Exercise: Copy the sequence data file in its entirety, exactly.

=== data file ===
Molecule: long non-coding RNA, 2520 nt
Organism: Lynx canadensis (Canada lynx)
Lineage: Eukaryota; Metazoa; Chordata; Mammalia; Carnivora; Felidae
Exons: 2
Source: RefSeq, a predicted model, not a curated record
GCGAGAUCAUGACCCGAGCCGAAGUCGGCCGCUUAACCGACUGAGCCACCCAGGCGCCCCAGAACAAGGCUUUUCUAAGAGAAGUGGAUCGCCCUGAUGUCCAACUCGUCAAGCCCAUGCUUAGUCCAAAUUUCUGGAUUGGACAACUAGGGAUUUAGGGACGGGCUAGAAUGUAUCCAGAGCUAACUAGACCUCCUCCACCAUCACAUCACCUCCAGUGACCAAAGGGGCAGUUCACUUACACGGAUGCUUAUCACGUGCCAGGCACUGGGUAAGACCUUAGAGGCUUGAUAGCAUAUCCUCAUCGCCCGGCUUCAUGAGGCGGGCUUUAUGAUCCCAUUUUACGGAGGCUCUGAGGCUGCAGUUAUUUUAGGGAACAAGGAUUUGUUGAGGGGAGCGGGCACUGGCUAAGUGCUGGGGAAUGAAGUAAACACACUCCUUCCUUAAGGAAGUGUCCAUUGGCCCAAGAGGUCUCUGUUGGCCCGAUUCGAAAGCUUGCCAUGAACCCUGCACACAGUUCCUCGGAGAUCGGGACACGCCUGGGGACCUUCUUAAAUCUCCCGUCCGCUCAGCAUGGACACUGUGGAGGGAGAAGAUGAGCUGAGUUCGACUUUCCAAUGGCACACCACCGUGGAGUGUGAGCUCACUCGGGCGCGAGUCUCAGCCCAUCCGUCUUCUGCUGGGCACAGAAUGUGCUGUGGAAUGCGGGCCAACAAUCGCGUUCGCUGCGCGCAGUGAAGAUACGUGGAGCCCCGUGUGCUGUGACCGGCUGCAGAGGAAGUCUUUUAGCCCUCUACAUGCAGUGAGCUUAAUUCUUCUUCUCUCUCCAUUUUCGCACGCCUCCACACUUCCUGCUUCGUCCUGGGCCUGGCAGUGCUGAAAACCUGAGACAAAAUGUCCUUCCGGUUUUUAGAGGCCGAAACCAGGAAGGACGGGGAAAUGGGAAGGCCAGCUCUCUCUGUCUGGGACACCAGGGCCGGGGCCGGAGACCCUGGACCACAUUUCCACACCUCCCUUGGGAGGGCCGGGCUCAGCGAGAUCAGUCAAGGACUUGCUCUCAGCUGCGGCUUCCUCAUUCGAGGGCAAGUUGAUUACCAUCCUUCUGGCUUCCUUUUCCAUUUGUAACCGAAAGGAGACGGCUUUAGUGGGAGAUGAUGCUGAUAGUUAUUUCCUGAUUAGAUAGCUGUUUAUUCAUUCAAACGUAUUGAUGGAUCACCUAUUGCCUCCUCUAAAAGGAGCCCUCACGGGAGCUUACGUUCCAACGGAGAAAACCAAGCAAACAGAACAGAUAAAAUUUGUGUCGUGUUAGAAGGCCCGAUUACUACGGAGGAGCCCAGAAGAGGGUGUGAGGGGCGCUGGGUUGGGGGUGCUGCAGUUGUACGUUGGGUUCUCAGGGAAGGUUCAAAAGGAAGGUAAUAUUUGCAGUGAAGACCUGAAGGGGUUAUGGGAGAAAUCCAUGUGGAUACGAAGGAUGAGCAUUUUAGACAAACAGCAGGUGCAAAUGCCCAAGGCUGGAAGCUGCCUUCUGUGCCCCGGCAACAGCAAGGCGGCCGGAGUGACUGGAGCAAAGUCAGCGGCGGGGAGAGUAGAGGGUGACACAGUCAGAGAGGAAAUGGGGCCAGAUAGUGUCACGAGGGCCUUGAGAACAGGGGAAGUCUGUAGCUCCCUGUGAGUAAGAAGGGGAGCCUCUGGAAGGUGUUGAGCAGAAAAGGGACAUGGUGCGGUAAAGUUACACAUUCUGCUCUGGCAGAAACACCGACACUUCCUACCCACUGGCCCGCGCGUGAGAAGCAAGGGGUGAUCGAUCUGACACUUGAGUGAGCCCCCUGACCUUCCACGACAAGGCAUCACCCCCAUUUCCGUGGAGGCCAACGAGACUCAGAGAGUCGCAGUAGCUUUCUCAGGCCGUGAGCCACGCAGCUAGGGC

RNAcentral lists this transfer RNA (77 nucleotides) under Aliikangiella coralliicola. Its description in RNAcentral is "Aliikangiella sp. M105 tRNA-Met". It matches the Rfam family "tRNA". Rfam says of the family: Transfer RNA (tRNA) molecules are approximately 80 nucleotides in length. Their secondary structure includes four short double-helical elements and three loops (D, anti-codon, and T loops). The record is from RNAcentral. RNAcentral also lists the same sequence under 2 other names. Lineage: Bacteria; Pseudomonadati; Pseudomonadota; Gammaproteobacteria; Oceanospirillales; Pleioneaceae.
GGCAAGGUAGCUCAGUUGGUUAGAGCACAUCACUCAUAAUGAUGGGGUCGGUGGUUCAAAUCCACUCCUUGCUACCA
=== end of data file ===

Molecule: long non-coding RNA, 2520 nt
Organism: Lynx canadensis (Canada lynx)
Lineage: Eukaryota; Metazoa; Chordata; Mammalia; Carnivora; Felidae
Exons: 2
Source: RefSeq, a predicted model, not a curated record
GCGAGAUCAUGACCCGAGCCGAAGUCGGCCGCUUAACCGACUGAGCCACCCAGGCGCCCCAGAACAAGGCUUUUCUAAGAGAAGUGGAUCGCCCUGAUGUCCAACUCGUCAAGCCCAUGCUUAGUCCAAAUUUCUGGAUUGGACAACUAGGGAUUUAGGGACGGGCUAGAAUGUAUCCAGAGCUAACUAGACCUCCUCCACCAUCACAUCACCUCCAGUGACCAAAGGGGCAGUUCACUUACACGGAUGCUUAUCACGUGCCAGGCACUGGGUAAGACCUUAGAGGCUUGAUAGCAUAUCCUCAUCGCCCGGCUUCAUGAGGCGGGCUUUAUGAUCCCAUUUUACGGAGGCUCUGAGGCUGCAGUUAUUUUAGGGAACAAGGAUUUGUUGAGGGGAGCGGGCACUGGCUAAGUGCUGGGGAAUGAAGUAAACACACUCCUUCCUUAAGGAAGUGUCCAUUGGCCCAAGAGGUCUCUGUUGGCCCGAUUCGAAAGCUUGCCAUGAACCCUGCACACAGUUCCUCGGAGAUCGGGACACGCCUGGGGACCUUCUUAAAUCUCCCGUCCGCUCAGCAUGGACACUGUGGAGGGAGAAGAUGAGCUGAGUUCGACUUUCCAAUGGCACACCACCGUGGAGUGUGAGCUCACUCGGGCGCGAGUCUCAGCCCAUCCGUCUUCUGCUGGGCACAGAAUGUGCUGUGGAAUGCGGGCCAACAAUCGCGUUCGCUGCGCGCAGUGAAGAUACGUGGAGCCCCGUGUGCUGUGACCGGCUGCAGAGGAAGUCUUUUAGCCCUCUACAUGCAGUGAGCUUAAUUCUUCUUCUCUCUCCAUUUUCGCACGCCUCCACACUUCCUGCUUCGUCCUGGGCCUGGCAGUGCUGAAAACCUGAGACAAAAUGUCCUUCCGGUUUUUAGAGGCCGAAACCAGGAAGGACGGGGAAAUGGGAAGGCCAGCUCUCUCUGUCUGGGACACCAGGGCCGGGGCCGGAGACCCUGGACCACAUUUCCACACCUCCCUUGGGAGGGCCGGGCUCAGCGAGAUCAGUCAAGGACUUGCUCUCAGCUGCGGCUUCCUCAUUCGAGGGCAAGUUGAUUACCAUCCUUCUGGCUUCCUUUUCCAUUUGUAACCGAAAGGAGACGGCUUUAGUGGGAGAUGAUGCUGAUAGUUAUUUCCUGAUUAGAUAGCUGUUUAUUCAUUCAAACGUAUUGAUGGAUCACCUAUUGCCUCCUCUAAAAGGAGCCCUCACGGGAGCUUACGUUCCAACGGAGAAAACCAAGCAAACAGAACAGAUAAAAUUUGUGUCGUGUUAGAAGGCCCGAUUACUACGGAGGAGCCCAGAAGAGGGUGUGAGGGGCGCUGGGUUGGGGGUGCUGCAGUUGUACGUUGGGUUCUCAGGGAAGGUUCAAAAGGAAGGUAAUAUUUGCAGUGAAGACCUGAAGGGGUUAUGGGAGAAAUCCAUGUGGAUACGAAGGAUGAGCAUUUUAGACAAACAGCAGGUGCAAAUGCCCAAGGCUGGAAGCUGCCUUCUGUGCCCCGGCAACAGCAAGGCGGCCGGAGUGACUGGAGCAAAGUCAGCGGCGGGGAGAGUAGAGGGUGACACAGUCAGAGAGGAAAUGGGGCCAGAUAGUGUCACGAGGGCCUUGAGAACAGGGGAAGUCUGUAGCUCCCUGUGAGUAAGAAGGGGAGCCUCUGGAAGGUGUUGAGCAGAAAAGGGACAUGGUGCGGUAAAGUUACACAUUCUGCUCUGGCAGAAACACCGACACUUCCUACCCACUGGCCCGCGCGUGAGAAGCAAGGGGUGAUCGAUCUGACACUUGAGUGAGCCCCCUGACCUUCCACGACAAGGCAUCACCCCCAUUUCCGUGGAGGCCAACGAGACUCAGAGAGUCGCAGUAGCUUUCUCAGGCCGUGAGCCACGCAGCUAGGGC

RNAcentral lists this transfer RNA (77 nucleotides) under Aliikangiella coralliicola. Its description in RNAcentral is "Aliikangiella sp. M105 tRNA-Met". It matches the Rfam family "tRNA". Rfam says of the family: Transfer RNA (tRNA) molecules are approximately 80 nucleotides in length. Their secondary structure includes four short double-helical elements and three loops (D, anti-codon, and T loops). The record is from RNAcentral. RNAcentral also lists the same sequence under 2 other names. Lineage: Bacteria; Pseudomonadati; Pseudomonadota; Gammaproteobacteria; Oceanospirillales; Pleioneaceae.
GGCAAGGUAGCUCAGUUGGUUAGAGCACAUCACUCAUAAUGAUGGGGUCGGUGGUUCAAAUCCACUCCUUGCUACCA